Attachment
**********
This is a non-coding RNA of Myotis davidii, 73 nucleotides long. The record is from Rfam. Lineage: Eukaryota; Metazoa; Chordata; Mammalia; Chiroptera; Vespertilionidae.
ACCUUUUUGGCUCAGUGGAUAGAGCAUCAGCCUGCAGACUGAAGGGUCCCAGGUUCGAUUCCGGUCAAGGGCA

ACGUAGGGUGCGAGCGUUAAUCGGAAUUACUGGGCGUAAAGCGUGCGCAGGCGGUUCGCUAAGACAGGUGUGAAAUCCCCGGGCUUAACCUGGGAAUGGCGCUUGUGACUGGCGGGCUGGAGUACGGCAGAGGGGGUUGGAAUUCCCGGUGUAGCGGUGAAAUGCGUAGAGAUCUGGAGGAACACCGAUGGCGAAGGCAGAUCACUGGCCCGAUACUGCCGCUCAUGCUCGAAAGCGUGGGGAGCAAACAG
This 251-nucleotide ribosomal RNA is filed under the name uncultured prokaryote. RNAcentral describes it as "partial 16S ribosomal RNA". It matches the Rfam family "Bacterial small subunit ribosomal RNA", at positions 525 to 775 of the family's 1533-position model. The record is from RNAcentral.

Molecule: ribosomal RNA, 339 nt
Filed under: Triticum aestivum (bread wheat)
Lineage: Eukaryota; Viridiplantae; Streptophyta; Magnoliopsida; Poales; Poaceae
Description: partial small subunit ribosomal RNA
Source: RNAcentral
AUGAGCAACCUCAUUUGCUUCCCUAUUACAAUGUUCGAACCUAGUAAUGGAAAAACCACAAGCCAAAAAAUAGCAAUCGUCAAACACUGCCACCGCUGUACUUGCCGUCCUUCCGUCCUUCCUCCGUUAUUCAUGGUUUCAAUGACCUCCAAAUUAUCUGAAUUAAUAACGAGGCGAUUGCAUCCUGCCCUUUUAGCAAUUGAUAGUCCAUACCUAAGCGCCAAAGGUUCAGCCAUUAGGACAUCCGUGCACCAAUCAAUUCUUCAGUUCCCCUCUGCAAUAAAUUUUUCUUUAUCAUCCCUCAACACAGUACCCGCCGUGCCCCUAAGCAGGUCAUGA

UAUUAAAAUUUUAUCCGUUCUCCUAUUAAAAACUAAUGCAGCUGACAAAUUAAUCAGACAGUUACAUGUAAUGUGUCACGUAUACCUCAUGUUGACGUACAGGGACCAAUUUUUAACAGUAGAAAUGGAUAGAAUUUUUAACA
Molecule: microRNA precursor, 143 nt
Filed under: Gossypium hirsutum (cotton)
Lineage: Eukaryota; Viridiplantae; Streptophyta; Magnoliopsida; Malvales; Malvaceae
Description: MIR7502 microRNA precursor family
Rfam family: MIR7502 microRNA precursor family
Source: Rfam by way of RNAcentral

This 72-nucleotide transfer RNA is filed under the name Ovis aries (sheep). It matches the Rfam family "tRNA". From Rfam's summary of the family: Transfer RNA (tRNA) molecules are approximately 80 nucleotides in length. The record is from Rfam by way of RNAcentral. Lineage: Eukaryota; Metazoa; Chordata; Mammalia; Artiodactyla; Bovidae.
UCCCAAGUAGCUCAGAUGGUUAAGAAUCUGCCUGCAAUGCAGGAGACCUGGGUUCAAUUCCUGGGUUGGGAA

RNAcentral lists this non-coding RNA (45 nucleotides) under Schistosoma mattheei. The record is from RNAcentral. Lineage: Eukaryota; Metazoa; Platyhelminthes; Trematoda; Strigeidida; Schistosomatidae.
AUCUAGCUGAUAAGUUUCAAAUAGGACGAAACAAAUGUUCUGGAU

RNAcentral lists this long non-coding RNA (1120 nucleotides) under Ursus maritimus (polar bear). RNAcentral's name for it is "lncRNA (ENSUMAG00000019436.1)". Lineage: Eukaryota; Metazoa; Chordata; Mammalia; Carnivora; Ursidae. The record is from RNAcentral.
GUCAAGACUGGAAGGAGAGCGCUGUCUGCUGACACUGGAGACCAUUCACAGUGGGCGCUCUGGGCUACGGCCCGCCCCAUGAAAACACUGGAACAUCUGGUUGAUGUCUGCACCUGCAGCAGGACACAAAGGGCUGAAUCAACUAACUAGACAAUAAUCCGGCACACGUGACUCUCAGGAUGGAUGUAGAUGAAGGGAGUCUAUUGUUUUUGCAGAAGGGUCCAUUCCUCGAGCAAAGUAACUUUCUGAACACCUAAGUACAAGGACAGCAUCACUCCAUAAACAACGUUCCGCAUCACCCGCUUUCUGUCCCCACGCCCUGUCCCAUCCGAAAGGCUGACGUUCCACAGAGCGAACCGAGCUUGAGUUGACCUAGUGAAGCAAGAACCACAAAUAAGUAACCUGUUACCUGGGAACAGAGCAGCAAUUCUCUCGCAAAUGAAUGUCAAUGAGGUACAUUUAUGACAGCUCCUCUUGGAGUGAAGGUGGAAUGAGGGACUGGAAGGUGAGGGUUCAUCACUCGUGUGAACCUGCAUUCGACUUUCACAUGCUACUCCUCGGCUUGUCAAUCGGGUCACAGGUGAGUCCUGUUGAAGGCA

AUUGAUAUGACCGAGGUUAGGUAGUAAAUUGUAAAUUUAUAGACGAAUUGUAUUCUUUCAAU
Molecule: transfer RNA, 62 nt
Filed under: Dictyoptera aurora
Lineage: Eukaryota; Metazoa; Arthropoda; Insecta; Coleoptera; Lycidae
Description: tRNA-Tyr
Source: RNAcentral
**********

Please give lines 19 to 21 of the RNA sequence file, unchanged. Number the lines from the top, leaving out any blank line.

UCCCAAGUAGCUCAGAUGGUUAAGAAUCUGCCUGCAAUGCAGGAGACCUGGGUUCAAUUCCUGGGUUGGGAA

RNAcentral lists this non-coding RNA (45 nucleotides) under Schistosoma mattheei. The record is from RNAcentral. Lineage: Eukaryota; Metazoa; Platyhelminthes; Trematoda; Strigeidida; Schistosomatidae.
AUCUAGCUGAUAAGUUUCAAAUAGGACGAAACAAAUGUUCUGGAU